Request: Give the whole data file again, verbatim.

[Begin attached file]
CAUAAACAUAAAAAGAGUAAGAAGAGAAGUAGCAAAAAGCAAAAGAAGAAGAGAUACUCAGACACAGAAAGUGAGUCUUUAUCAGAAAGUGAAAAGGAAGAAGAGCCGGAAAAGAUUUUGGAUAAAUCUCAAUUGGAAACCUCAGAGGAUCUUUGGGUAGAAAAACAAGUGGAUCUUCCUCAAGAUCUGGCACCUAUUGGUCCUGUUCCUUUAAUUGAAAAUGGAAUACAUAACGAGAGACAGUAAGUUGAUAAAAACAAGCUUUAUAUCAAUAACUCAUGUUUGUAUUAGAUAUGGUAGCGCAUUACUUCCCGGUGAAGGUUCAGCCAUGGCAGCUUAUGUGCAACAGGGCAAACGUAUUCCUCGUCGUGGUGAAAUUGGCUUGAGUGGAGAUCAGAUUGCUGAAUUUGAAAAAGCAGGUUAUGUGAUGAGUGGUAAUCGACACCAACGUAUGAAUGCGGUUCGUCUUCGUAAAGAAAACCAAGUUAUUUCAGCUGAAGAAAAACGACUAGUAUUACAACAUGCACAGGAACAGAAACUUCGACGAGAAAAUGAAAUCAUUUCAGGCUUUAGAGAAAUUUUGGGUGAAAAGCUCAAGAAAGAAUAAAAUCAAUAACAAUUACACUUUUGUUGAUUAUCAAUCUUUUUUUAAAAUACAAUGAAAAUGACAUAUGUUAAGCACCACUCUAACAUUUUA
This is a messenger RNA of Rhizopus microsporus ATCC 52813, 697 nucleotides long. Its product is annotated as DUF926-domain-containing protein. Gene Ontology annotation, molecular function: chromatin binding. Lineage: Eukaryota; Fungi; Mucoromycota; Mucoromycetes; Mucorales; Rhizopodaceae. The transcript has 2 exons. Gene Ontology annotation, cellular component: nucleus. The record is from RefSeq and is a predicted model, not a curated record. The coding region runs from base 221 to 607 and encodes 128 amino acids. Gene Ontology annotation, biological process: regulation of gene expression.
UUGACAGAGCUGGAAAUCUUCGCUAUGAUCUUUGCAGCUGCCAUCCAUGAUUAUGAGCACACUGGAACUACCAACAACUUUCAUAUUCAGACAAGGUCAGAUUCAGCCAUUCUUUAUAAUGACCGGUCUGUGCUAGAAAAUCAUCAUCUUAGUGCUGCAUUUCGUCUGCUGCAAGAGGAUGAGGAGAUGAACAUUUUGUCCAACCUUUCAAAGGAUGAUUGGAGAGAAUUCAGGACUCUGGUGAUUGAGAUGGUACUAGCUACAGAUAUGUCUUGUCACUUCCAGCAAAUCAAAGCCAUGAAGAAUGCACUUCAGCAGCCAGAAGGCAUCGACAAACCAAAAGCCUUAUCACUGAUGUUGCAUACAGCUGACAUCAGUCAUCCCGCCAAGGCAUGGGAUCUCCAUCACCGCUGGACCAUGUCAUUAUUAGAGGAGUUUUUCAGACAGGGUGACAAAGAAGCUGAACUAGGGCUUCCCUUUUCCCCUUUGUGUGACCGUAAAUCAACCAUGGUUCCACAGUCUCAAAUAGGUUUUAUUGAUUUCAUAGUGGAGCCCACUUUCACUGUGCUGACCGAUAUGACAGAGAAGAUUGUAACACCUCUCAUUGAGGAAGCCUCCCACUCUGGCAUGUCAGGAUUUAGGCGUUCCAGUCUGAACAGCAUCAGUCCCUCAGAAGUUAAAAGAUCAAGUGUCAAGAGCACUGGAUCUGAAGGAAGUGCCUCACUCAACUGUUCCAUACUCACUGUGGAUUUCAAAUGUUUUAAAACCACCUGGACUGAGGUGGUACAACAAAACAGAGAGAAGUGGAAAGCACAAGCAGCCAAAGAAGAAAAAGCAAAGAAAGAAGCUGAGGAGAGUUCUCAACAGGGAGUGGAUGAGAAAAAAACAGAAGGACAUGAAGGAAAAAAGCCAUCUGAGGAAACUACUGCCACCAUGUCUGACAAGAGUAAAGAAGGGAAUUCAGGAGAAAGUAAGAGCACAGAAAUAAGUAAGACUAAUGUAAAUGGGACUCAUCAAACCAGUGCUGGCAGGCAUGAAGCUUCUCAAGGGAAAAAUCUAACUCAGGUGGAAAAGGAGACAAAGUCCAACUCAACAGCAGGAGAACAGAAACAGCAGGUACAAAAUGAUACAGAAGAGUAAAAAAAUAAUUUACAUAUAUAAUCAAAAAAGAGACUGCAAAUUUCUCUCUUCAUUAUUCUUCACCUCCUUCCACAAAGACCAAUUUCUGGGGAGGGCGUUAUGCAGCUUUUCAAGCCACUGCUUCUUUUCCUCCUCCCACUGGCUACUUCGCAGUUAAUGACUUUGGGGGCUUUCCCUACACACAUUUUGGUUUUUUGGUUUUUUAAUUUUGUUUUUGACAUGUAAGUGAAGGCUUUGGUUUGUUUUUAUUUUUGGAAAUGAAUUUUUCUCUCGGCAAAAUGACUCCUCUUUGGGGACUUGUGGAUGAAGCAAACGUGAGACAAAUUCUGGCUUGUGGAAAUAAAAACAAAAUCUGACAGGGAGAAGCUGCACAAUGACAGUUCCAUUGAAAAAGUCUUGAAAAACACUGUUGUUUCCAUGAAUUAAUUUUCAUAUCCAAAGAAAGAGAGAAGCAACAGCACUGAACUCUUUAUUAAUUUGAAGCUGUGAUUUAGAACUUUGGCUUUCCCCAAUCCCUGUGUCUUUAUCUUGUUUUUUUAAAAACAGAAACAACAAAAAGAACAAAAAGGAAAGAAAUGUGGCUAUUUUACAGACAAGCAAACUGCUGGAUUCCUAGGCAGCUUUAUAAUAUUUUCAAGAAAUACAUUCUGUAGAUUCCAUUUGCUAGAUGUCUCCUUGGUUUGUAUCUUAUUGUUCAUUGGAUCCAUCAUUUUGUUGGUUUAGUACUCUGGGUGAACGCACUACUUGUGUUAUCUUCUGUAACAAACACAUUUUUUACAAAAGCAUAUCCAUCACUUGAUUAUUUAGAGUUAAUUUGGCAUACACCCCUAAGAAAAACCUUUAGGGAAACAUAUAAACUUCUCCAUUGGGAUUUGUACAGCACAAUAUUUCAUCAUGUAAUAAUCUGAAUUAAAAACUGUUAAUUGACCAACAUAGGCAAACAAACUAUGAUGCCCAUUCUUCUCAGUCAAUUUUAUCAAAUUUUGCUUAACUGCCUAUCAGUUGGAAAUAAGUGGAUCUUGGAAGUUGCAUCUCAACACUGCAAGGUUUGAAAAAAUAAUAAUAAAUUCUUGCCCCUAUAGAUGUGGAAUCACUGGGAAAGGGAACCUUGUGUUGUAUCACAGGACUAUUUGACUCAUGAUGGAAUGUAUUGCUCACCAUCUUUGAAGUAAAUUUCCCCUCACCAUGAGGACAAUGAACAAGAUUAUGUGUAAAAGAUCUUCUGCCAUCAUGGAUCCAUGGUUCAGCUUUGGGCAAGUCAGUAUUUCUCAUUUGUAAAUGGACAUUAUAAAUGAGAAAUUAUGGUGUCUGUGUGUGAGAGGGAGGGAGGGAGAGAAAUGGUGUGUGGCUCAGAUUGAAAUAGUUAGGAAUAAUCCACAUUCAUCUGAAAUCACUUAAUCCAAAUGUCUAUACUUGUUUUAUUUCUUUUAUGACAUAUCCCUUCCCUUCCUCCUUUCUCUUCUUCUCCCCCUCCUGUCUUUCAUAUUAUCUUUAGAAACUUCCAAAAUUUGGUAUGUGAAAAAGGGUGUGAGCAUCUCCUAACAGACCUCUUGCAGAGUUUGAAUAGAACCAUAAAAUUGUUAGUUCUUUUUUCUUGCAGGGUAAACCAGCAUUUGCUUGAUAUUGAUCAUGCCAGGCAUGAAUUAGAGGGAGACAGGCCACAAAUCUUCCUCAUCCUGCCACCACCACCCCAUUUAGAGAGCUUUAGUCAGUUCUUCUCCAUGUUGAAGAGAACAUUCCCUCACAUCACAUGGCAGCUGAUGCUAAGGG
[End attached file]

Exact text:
CAUAAACAUAAAAAGAGUAAGAAGAGAAGUAGCAAAAAGCAAAAGAAGAAGAGAUACUCAGACACAGAAAGUGAGUCUUUAUCAGAAAGUGAAAAGGAAGAAGAGCCGGAAAAGAUUUUGGAUAAAUCUCAAUUGGAAACCUCAGAGGAUCUUUGGGUAGAAAAACAAGUGGAUCUUCCUCAAGAUCUGGCACCUAUUGGUCCUGUUCCUUUAAUUGAAAAUGGAAUACAUAACGAGAGACAGUAAGUUGAUAAAAACAAGCUUUAUAUCAAUAACUCAUGUUUGUAUUAGAUAUGGUAGCGCAUUACUUCCCGGUGAAGGUUCAGCCAUGGCAGCUUAUGUGCAACAGGGCAAACGUAUUCCUCGUCGUGGUGAAAUUGGCUUGAGUGGAGAUCAGAUUGCUGAAUUUGAAAAAGCAGGUUAUGUGAUGAGUGGUAAUCGACACCAACGUAUGAAUGCGGUUCGUCUUCGUAAAGAAAACCAAGUUAUUUCAGCUGAAGAAAAACGACUAGUAUUACAACAUGCACAGGAACAGAAACUUCGACGAGAAAAUGAAAUCAUUUCAGGCUUUAGAGAAAUUUUGGGUGAAAAGCUCAAGAAAGAAUAAAAUCAAUAACAAUUACACUUUUGUUGAUUAUCAAUCUUUUUUUAAAAUACAAUGAAAAUGACAUAUGUUAAGCACCACUCUAACAUUUUA
This is a messenger RNA of Rhizopus microsporus ATCC 52813, 697 nucleotides long. Its product is annotated as DUF926-domain-containing protein. Gene Ontology annotation, molecular function: chromatin binding. Lineage: Eukaryota; Fungi; Mucoromycota; Mucoromycetes; Mucorales; Rhizopodaceae. The transcript has 2 exons. Gene Ontology annotation, cellular component: nucleus. The record is from RefSeq and is a predicted model, not a curated record. The coding region runs from base 221 to 607 and encodes 128 amino acids. Gene Ontology annotation, biological process: regulation of gene expression.
UUGACAGAGCUGGAAAUCUUCGCUAUGAUCUUUGCAGCUGCCAUCCAUGAUUAUGAGCACACUGGAACUACCAACAACUUUCAUAUUCAGACAAGGUCAGAUUCAGCCAUUCUUUAUAAUGACCGGUCUGUGCUAGAAAAUCAUCAUCUUAGUGCUGCAUUUCGUCUGCUGCAAGAGGAUGAGGAGAUGAACAUUUUGUCCAACCUUUCAAAGGAUGAUUGGAGAGAAUUCAGGACUCUGGUGAUUGAGAUGGUACUAGCUACAGAUAUGUCUUGUCACUUCCAGCAAAUCAAAGCCAUGAAGAAUGCACUUCAGCAGCCAGAAGGCAUCGACAAACCAAAAGCCUUAUCACUGAUGUUGCAUACAGCUGACAUCAGUCAUCCCGCCAAGGCAUGGGAUCUCCAUCACCGCUGGACCAUGUCAUUAUUAGAGGAGUUUUUCAGACAGGGUGACAAAGAAGCUGAACUAGGGCUUCCCUUUUCCCCUUUGUGUGACCGUAAAUCAACCAUGGUUCCACAGUCUCAAAUAGGUUUUAUUGAUUUCAUAGUGGAGCCCACUUUCACUGUGCUGACCGAUAUGACAGAGAAGAUUGUAACACCUCUCAUUGAGGAAGCCUCCCACUCUGGCAUGUCAGGAUUUAGGCGUUCCAGUCUGAACAGCAUCAGUCCCUCAGAAGUUAAAAGAUCAAGUGUCAAGAGCACUGGAUCUGAAGGAAGUGCCUCACUCAACUGUUCCAUACUCACUGUGGAUUUCAAAUGUUUUAAAACCACCUGGACUGAGGUGGUACAACAAAACAGAGAGAAGUGGAAAGCACAAGCAGCCAAAGAAGAAAAAGCAAAGAAAGAAGCUGAGGAGAGUUCUCAACAGGGAGUGGAUGAGAAAAAAACAGAAGGACAUGAAGGAAAAAAGCCAUCUGAGGAAACUACUGCCACCAUGUCUGACAAGAGUAAAGAAGGGAAUUCAGGAGAAAGUAAGAGCACAGAAAUAAGUAAGACUAAUGUAAAUGGGACUCAUCAAACCAGUGCUGGCAGGCAUGAAGCUUCUCAAGGGAAAAAUCUAACUCAGGUGGAAAAGGAGACAAAGUCCAACUCAACAGCAGGAGAACAGAAACAGCAGGUACAAAAUGAUACAGAAGAGUAAAAAAAUAAUUUACAUAUAUAAUCAAAAAAGAGACUGCAAAUUUCUCUCUUCAUUAUUCUUCACCUCCUUCCACAAAGACCAAUUUCUGGGGAGGGCGUUAUGCAGCUUUUCAAGCCACUGCUUCUUUUCCUCCUCCCACUGGCUACUUCGCAGUUAAUGACUUUGGGGGCUUUCCCUACACACAUUUUGGUUUUUUGGUUUUUUAAUUUUGUUUUUGACAUGUAAGUGAAGGCUUUGGUUUGUUUUUAUUUUUGGAAAUGAAUUUUUCUCUCGGCAAAAUGACUCCUCUUUGGGGACUUGUGGAUGAAGCAAACGUGAGACAAAUUCUGGCUUGUGGAAAUAAAAACAAAAUCUGACAGGGAGAAGCUGCACAAUGACAGUUCCAUUGAAAAAGUCUUGAAAAACACUGUUGUUUCCAUGAAUUAAUUUUCAUAUCCAAAGAAAGAGAGAAGCAACAGCACUGAACUCUUUAUUAAUUUGAAGCUGUGAUUUAGAACUUUGGCUUUCCCCAAUCCCUGUGUCUUUAUCUUGUUUUUUUAAAAACAGAAACAACAAAAAGAACAAAAAGGAAAGAAAUGUGGCUAUUUUACAGACAAGCAAACUGCUGGAUUCCUAGGCAGCUUUAUAAUAUUUUCAAGAAAUACAUUCUGUAGAUUCCAUUUGCUAGAUGUCUCCUUGGUUUGUAUCUUAUUGUUCAUUGGAUCCAUCAUUUUGUUGGUUUAGUACUCUGGGUGAACGCACUACUUGUGUUAUCUUCUGUAACAAACACAUUUUUUACAAAAGCAUAUCCAUCACUUGAUUAUUUAGAGUUAAUUUGGCAUACACCCCUAAGAAAAACCUUUAGGGAAACAUAUAAACUUCUCCAUUGGGAUUUGUACAGCACAAUAUUUCAUCAUGUAAUAAUCUGAAUUAAAAACUGUUAAUUGACCAACAUAGGCAAACAAACUAUGAUGCCCAUUCUUCUCAGUCAAUUUUAUCAAAUUUUGCUUAACUGCCUAUCAGUUGGAAAUAAGUGGAUCUUGGAAGUUGCAUCUCAACACUGCAAGGUUUGAAAAAAUAAUAAUAAAUUCUUGCCCCUAUAGAUGUGGAAUCACUGGGAAAGGGAACCUUGUGUUGUAUCACAGGACUAUUUGACUCAUGAUGGAAUGUAUUGCUCACCAUCUUUGAAGUAAAUUUCCCCUCACCAUGAGGACAAUGAACAAGAUUAUGUGUAAAAGAUCUUCUGCCAUCAUGGAUCCAUGGUUCAGCUUUGGGCAAGUCAGUAUUUCUCAUUUGUAAAUGGACAUUAUAAAUGAGAAAUUAUGGUGUCUGUGUGUGAGAGGGAGGGAGGGAGAGAAAUGGUGUGUGGCUCAGAUUGAAAUAGUUAGGAAUAAUCCACAUUCAUCUGAAAUCACUUAAUCCAAAUGUCUAUACUUGUUUUAUUUCUUUUAUGACAUAUCCCUUCCCUUCCUCCUUUCUCUUCUUCUCCCCCUCCUGUCUUUCAUAUUAUCUUUAGAAACUUCCAAAAUUUGGUAUGUGAAAAAGGGUGUGAGCAUCUCCUAACAGACCUCUUGCAGAGUUUGAAUAGAACCAUAAAAUUGUUAGUUCUUUUUUCUUGCAGGGUAAACCAGCAUUUGCUUGAUAUUGAUCAUGCCAGGCAUGAAUUAGAGGGAGACAGGCCACAAAUCUUCCUCAUCCUGCCACCACCACCCCAUUUAGAGAGCUUUAGUCAGUUCUUCUCCAUGUUGAAGAGAACAUUCCCUCACAUCACAUGGCAGCUGAUGCUAAGGG